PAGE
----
Anglo-Saxon name. It comes from when a family lived in Halford, a place-name found in Devon, Shropshire, or Warwickshire, or in Haleford, a lost place in Kent. Despite the similarity of the place-names, they are derived from different sources. The Halford name which was found in Salop (now called Shropshire), for example, is derived from the Old English words haforce, which means "hawk," and ford, a word that means "shallow place where a river may be crossed by wading." It was rendered as Hauerford in 1155. Another Halford, this one in Warwickshire, was listed as Halchford sometime in the 12th century; it is derived from the Old English words halh, which meant "remote nook or corner of land," and ford, a shallow place where a river could be crossed without a bridge.
Early Origins of the Halferty family
Leicestershire at Wistow which was held by the family since well before the 16th century.
Early History of the Halferty family
Another 475 words (34 lines of text) covering the years 1580, 1658, 1844, 1580, 1658, 1641, 1679, 1663, 1690, 1689, 1690, 1695 and 1727 are included under the topic Early Halferty History in all our PDF Extended History products and printed products wherever possible.
Halferty Spelling Variations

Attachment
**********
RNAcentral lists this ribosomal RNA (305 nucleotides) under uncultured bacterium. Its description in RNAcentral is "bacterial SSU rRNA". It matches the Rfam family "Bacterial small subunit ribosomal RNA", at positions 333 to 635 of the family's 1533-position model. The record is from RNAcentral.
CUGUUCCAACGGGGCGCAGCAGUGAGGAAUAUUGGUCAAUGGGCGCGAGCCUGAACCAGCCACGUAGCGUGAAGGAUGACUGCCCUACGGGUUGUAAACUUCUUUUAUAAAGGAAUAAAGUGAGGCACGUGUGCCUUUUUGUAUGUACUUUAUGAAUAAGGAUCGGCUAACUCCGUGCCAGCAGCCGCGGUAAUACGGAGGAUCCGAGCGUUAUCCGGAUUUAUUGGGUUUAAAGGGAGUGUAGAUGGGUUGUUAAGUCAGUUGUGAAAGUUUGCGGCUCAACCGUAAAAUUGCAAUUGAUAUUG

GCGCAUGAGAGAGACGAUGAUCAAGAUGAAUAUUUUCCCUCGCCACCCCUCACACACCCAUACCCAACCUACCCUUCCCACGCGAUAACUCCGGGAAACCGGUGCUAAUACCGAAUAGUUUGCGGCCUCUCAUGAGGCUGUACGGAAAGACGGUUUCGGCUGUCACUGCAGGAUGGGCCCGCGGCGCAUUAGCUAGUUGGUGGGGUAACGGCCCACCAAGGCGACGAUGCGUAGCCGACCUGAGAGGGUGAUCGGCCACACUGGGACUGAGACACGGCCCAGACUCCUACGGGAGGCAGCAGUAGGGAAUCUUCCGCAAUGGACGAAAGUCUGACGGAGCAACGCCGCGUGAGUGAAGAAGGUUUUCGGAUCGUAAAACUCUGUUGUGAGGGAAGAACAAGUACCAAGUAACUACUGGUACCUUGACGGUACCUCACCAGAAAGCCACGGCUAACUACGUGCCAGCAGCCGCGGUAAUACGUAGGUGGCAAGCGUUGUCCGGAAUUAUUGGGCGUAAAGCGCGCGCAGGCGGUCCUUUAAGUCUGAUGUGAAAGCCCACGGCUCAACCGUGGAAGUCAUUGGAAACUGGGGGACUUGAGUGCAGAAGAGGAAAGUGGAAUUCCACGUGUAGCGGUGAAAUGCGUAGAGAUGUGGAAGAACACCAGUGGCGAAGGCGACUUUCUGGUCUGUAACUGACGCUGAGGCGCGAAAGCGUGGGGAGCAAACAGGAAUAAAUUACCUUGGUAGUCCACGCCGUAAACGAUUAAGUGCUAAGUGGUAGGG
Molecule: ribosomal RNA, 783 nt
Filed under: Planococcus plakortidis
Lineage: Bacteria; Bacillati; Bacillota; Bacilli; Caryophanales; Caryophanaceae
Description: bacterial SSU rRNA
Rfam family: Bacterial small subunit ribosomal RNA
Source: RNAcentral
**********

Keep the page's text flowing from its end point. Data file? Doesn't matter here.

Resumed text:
hundred years, the English language had no fast system of spelling rules. For that reason, spelling variations are commonly found in early Anglo-Saxon surnames. Over the years, many variations of the name Halferty were recorded, including Halford, Hallford, Halforde and others.
Early Notables of the Halferty family (pre 1700)
Baronet (c.?1580-1658), Sheriff of Leicestershire in the 19th year of James I's reign, created a Baronet on 18 December 1641, notable for his allegiance to Charles I...
Another 38 words (3 lines of text) are included under the topic Early Halferty Notables in all our PDF Extended History products and printed products wherever possible.
Migration of the Halferty family to the New World and Oceana
Some of the first settlers of this family name were:
Halferty Settlers in Canada in the 19th Century
Halferty Settlers in New Zealand in the 19th Century
The Halferty Motto
The motto was originally a war cry or slogan. Mottoes first began to be shown with arms in the 14th and 15th centuries, but were not in general use until the 17th century. Thus the oldest coats of arms generally do not include a motto. Mottoes seldom form part of the grant of arms: Under most heraldic authorities, a motto is an optional component of the coat of arms, and can be added to or changed at will; many families have chosen not to display a motto.
Motto: Virtus in actione consistit
Motto Translation: Virtue consists in action.
Halferty Family Crest Products